How to create synth sound variations using a Sampler Track
Last week we covered fine-tuning your lead arrangements with scissor tool, now let’s look at re-synthesis using the Sampler Track.
Often when I want to create multiple variations on a sound, having the plugin open with all the parameters at my disposal can lead to altering the sound too far, beyond recognition. This can be a good thing, don’t get me wrong, however I like to create multiple variations of a sound that still share similar characteristics, that way when you arrange them in sequence, when a new piece comes in there is a sense of familiarity with the sound.
Exporting a snippet of a preset and loading it into a Sampler Track is a great way of solidifying the sound you already have, and still offering you enough control to create a new sound, that still shares various characteristics with the original sound. Most DAWs have a Sampler Track built-in, and most offer various settings to warp the time of the sound, while still maintaining the pitch. This is similar to granular synthesis, albeit a very simplified version of it.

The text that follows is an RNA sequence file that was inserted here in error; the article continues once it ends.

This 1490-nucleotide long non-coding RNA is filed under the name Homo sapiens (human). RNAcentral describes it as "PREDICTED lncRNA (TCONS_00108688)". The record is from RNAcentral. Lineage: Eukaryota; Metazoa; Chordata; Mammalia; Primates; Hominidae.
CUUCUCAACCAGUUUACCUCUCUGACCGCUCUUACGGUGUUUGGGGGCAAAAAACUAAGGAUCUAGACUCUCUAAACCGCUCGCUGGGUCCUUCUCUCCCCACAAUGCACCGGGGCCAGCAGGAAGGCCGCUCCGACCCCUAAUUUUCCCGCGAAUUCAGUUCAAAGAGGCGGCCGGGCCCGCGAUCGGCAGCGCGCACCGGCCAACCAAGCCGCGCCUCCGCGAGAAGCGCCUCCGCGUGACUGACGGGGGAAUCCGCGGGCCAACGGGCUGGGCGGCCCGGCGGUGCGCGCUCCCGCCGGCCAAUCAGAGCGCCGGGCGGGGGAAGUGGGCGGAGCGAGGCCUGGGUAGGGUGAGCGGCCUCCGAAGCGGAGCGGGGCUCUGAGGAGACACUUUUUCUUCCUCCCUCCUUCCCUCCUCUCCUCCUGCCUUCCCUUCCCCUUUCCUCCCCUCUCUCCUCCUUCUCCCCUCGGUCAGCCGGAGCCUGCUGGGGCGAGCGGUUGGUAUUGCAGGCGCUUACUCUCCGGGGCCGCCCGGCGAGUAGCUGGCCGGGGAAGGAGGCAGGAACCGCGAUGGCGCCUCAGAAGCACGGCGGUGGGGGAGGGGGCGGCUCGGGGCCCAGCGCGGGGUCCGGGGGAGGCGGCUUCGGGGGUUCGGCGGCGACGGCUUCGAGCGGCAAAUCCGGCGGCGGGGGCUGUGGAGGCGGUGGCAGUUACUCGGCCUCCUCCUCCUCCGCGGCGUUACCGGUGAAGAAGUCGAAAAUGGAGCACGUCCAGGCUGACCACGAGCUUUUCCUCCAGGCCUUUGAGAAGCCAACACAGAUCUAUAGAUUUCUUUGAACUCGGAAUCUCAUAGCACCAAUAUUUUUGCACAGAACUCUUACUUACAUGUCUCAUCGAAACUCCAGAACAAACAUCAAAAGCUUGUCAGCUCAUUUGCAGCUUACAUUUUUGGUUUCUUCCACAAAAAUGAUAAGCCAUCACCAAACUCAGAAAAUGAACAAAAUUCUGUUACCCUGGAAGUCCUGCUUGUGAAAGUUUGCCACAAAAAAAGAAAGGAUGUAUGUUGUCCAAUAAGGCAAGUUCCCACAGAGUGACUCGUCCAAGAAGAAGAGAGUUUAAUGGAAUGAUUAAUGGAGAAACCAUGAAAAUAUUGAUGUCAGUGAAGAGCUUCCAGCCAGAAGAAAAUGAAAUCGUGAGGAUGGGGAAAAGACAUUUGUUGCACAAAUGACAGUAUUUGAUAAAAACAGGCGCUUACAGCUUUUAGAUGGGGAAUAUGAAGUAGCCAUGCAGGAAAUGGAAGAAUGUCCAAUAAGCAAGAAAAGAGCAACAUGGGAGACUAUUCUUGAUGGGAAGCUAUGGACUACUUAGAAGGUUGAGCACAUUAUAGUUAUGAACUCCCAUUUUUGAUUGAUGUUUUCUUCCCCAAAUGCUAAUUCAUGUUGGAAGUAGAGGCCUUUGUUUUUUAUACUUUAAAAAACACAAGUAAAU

Ok, so let’s look at setting up your Sampler Track…
If you’ve bounced out a sample of a synth preset, it helps to set the “root note” in the sampler to the note that has been bounced out, that way if you do play notes on a keyboard they will correlate to the key and scale of the track.
When warping samples, it sometimes helps to shift the starting point of the sample, due to slight delays in plugins, and envelopes in the plugin there can sometimes be an audible “ramp up” in the sample.
If your DAW’s Sampler Track allows it, using legato on one shot samples is a nice effect, it creates an almost Tape-Stop-like effects while still maintaining a sensible key that works musically with the rest of the track. Then some effects of course, some distortion, filters, delay and reverbs are all great effects to use which don’t alter the tone of the source sound too much, so play around with those!
For an in-depth walkthrough of how I do this using Cubase’s Sampler Track, check out the video here: